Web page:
The Food Price Index of the United Nations Organization for Agriculture (FAO, for its acronym in English), fell in August for the fifth consecutive month, reaching 138 points from 140.7 registered in July.
This figure is far from the historical maximum recorded in March when it reached 159.7 points, due to the resumption of grain exports from Ukrainian ports that contributed to improving supply prospects.
The index has fallen since March, after the war in Ukraine. However, the August reading was 7.9% higher than last year.
Regarding the cereal price index, it decreased 1.4% monthly in August, since the reopening of the Ukrainian ports of the Black Sea, under a diplomatic agreement, as well as the favorable prospects of the wheat harvest in North America and Russia weighed on prices, according to the agency.
However, the corn price index rose 1.5% last month as hot, dry weather lowered production prospects, especially in Europe and the United States.
The price indices that fell were those of vegetable oils (-3.3%), sugar (-2.1%), dairy products (-2%) and meat (-1.5%), as a consequence of the improvement in supply.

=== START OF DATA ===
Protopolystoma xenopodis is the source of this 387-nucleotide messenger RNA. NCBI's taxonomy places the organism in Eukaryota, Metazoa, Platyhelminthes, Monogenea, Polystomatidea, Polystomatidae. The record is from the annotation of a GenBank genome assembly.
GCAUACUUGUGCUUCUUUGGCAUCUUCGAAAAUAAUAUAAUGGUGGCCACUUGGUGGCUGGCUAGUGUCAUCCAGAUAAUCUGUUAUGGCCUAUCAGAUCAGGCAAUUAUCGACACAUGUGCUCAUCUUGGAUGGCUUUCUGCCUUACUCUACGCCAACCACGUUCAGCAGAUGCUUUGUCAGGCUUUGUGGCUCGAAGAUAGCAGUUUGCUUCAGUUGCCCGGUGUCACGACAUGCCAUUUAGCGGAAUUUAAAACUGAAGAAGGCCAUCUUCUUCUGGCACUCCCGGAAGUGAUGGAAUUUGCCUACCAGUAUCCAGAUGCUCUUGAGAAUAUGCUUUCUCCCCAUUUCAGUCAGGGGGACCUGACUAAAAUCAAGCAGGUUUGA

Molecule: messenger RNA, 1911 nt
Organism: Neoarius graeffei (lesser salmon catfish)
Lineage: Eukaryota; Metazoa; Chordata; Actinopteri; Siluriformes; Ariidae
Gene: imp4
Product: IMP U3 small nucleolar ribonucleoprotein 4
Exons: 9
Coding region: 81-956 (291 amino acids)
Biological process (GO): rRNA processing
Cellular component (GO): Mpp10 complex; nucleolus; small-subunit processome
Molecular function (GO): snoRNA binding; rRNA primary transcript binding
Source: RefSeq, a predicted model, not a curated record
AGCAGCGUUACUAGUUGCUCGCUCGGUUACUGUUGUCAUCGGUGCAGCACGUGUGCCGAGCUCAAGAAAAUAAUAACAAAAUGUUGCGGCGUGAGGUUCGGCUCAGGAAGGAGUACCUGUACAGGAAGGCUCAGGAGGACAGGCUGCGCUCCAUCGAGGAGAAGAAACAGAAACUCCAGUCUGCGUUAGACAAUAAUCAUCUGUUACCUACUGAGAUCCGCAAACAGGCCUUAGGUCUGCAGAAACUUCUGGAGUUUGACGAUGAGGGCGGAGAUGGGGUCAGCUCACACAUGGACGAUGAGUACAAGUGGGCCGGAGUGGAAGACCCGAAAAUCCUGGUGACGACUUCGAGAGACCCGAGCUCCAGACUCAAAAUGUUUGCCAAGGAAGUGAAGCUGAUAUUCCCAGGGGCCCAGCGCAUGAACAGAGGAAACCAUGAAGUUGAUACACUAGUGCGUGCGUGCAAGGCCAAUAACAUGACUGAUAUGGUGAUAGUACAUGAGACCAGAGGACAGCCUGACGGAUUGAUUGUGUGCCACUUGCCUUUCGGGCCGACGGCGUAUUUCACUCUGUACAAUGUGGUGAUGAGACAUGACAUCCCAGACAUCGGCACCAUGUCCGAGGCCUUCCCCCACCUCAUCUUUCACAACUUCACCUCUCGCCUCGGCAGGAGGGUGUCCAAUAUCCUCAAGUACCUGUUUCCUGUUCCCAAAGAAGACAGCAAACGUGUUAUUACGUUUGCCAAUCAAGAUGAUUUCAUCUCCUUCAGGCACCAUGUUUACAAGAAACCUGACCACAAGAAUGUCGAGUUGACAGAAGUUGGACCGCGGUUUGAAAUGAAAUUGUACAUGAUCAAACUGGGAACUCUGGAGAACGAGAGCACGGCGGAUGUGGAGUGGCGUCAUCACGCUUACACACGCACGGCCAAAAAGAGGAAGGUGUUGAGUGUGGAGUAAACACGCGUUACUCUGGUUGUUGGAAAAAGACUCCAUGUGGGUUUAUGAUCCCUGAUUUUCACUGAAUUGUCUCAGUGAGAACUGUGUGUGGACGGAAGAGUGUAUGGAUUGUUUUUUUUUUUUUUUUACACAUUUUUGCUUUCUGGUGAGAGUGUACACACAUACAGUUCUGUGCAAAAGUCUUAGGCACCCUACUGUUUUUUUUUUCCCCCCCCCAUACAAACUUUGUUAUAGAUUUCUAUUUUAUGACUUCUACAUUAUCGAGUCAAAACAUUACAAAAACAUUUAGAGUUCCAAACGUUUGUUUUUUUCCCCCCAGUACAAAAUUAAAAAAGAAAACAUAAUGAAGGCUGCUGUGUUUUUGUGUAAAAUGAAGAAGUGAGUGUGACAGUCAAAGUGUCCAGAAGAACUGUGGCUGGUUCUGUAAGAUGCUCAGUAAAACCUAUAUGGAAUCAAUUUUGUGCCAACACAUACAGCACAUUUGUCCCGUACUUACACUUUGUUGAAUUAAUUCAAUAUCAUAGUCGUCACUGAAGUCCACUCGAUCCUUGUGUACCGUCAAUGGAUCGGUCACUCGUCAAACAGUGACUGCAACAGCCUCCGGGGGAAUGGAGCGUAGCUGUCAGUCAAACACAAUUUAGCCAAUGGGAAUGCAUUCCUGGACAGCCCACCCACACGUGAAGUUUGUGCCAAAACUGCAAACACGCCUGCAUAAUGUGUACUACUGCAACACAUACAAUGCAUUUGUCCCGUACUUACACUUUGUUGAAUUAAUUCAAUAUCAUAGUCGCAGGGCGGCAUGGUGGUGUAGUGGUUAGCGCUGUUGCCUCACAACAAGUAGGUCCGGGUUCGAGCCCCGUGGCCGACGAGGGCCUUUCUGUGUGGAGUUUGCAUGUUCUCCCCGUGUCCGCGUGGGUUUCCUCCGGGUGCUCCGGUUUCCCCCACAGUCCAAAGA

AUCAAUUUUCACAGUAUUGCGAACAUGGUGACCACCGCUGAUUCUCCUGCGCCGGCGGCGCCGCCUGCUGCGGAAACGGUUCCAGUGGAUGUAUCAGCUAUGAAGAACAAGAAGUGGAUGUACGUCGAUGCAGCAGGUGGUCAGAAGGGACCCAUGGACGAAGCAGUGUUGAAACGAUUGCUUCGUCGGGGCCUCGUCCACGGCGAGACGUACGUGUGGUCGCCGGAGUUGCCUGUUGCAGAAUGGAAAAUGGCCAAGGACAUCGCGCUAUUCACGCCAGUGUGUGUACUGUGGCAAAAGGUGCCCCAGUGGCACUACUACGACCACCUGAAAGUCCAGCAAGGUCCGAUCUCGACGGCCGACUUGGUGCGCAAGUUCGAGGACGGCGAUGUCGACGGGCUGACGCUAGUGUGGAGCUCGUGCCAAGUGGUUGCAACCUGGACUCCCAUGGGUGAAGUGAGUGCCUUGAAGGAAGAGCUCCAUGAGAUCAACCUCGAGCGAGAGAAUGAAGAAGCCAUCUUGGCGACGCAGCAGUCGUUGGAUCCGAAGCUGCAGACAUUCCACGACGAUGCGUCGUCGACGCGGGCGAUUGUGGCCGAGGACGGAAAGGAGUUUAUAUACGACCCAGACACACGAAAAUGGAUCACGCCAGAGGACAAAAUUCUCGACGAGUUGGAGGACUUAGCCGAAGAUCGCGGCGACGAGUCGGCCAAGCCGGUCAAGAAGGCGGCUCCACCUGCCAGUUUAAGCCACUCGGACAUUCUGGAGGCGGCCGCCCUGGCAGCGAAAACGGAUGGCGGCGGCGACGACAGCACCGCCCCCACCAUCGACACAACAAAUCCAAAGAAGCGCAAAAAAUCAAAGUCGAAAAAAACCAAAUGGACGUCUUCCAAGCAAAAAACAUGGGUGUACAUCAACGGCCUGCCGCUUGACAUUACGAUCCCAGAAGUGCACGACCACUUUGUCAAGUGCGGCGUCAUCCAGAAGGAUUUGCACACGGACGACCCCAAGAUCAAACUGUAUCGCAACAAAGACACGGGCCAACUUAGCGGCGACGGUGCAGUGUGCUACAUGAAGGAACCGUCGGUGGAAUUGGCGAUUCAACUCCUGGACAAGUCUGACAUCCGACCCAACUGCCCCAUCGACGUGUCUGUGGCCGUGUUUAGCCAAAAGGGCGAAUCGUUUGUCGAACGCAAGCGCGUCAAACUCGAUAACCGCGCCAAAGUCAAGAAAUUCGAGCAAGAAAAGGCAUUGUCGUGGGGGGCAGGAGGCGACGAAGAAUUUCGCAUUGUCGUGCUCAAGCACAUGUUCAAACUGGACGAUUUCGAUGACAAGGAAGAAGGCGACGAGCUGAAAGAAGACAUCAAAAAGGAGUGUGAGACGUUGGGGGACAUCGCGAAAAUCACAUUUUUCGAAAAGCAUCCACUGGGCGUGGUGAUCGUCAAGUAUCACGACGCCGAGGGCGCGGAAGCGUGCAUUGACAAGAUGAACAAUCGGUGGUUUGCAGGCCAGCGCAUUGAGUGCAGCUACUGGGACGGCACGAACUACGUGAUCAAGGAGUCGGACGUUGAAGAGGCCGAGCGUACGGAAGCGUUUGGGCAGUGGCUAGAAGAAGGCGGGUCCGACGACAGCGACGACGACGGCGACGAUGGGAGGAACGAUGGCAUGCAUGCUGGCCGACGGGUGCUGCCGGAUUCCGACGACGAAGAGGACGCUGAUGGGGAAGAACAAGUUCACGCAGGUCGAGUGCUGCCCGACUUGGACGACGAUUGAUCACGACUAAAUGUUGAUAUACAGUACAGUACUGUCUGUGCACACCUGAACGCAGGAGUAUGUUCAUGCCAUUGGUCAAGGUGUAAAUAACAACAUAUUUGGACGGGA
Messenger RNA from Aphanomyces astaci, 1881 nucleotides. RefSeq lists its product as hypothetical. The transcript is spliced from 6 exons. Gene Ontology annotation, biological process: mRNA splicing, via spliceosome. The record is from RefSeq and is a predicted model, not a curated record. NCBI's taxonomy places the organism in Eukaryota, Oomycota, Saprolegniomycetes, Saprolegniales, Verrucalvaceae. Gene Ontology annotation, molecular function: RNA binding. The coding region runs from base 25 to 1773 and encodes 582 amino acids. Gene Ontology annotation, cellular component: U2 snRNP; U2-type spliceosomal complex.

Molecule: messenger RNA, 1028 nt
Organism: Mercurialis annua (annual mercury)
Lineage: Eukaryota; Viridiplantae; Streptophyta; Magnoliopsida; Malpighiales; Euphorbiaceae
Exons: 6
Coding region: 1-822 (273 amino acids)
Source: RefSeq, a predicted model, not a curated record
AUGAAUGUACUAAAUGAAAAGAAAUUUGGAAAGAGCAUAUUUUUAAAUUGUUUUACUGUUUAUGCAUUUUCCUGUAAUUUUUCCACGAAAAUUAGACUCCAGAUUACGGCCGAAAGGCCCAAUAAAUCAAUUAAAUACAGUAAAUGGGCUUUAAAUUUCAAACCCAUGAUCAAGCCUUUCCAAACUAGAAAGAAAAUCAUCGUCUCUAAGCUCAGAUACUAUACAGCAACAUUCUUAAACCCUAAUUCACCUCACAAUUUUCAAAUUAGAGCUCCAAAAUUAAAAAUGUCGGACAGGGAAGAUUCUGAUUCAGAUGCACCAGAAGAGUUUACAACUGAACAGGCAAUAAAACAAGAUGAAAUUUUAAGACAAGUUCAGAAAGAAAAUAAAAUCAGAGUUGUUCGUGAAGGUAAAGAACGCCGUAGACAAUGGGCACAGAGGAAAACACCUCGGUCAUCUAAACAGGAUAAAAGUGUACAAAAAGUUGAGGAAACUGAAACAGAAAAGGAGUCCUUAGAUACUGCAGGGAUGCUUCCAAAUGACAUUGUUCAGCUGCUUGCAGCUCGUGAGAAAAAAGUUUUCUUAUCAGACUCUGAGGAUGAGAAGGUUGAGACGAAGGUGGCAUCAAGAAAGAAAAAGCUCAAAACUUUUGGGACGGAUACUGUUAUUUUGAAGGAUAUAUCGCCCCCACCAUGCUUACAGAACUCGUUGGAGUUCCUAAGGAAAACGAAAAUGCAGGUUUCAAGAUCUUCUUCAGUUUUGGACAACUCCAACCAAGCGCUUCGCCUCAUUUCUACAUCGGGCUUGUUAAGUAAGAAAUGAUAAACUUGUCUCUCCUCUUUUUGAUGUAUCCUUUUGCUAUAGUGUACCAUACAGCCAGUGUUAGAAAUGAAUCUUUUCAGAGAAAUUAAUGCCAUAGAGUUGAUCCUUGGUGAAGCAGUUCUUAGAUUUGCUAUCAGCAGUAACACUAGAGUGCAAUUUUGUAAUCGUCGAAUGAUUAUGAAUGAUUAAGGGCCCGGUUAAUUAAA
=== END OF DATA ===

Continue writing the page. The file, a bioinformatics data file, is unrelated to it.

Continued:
In the case of meat, specifically beef, prices fell due to weak domestic demand in some of the main exporting countries, while poultry prices fell due to high export availability worldwide.
Regarding dairy products, cheese prices increased for the tenth consecutive month and milk prices fell on expectations of an increase in supply from New Zealand, despite the fact that production continues to be lower in Europe and the United States.
Forecast for cereal production is reduced
In other estimates on grain supply and demand, the FAO lowered its forecast for world grain production in 2022 to 2.774 million tonnes, from a previous projection of 2.792 million in early July. This figure is 1.4% lower than the estimated production for the year.
The cut in its forecast for cereal production this year comes as the outlook for maize in the northern hemisphere was reduced by weather conditions, in particular the European Union yields, which fell 16% below their average. five-yearly, according to the FAO.
Global cereal use in 2022 and next year is expected to exceed production, at 2,792 million tonnes, leading to an expected 2.1% decline in world reserves compared to 2021 and this year, to 845 million tons.
This would represent a stock-to-use ratio of 29.5%, down from 30.9% in 2021/22.
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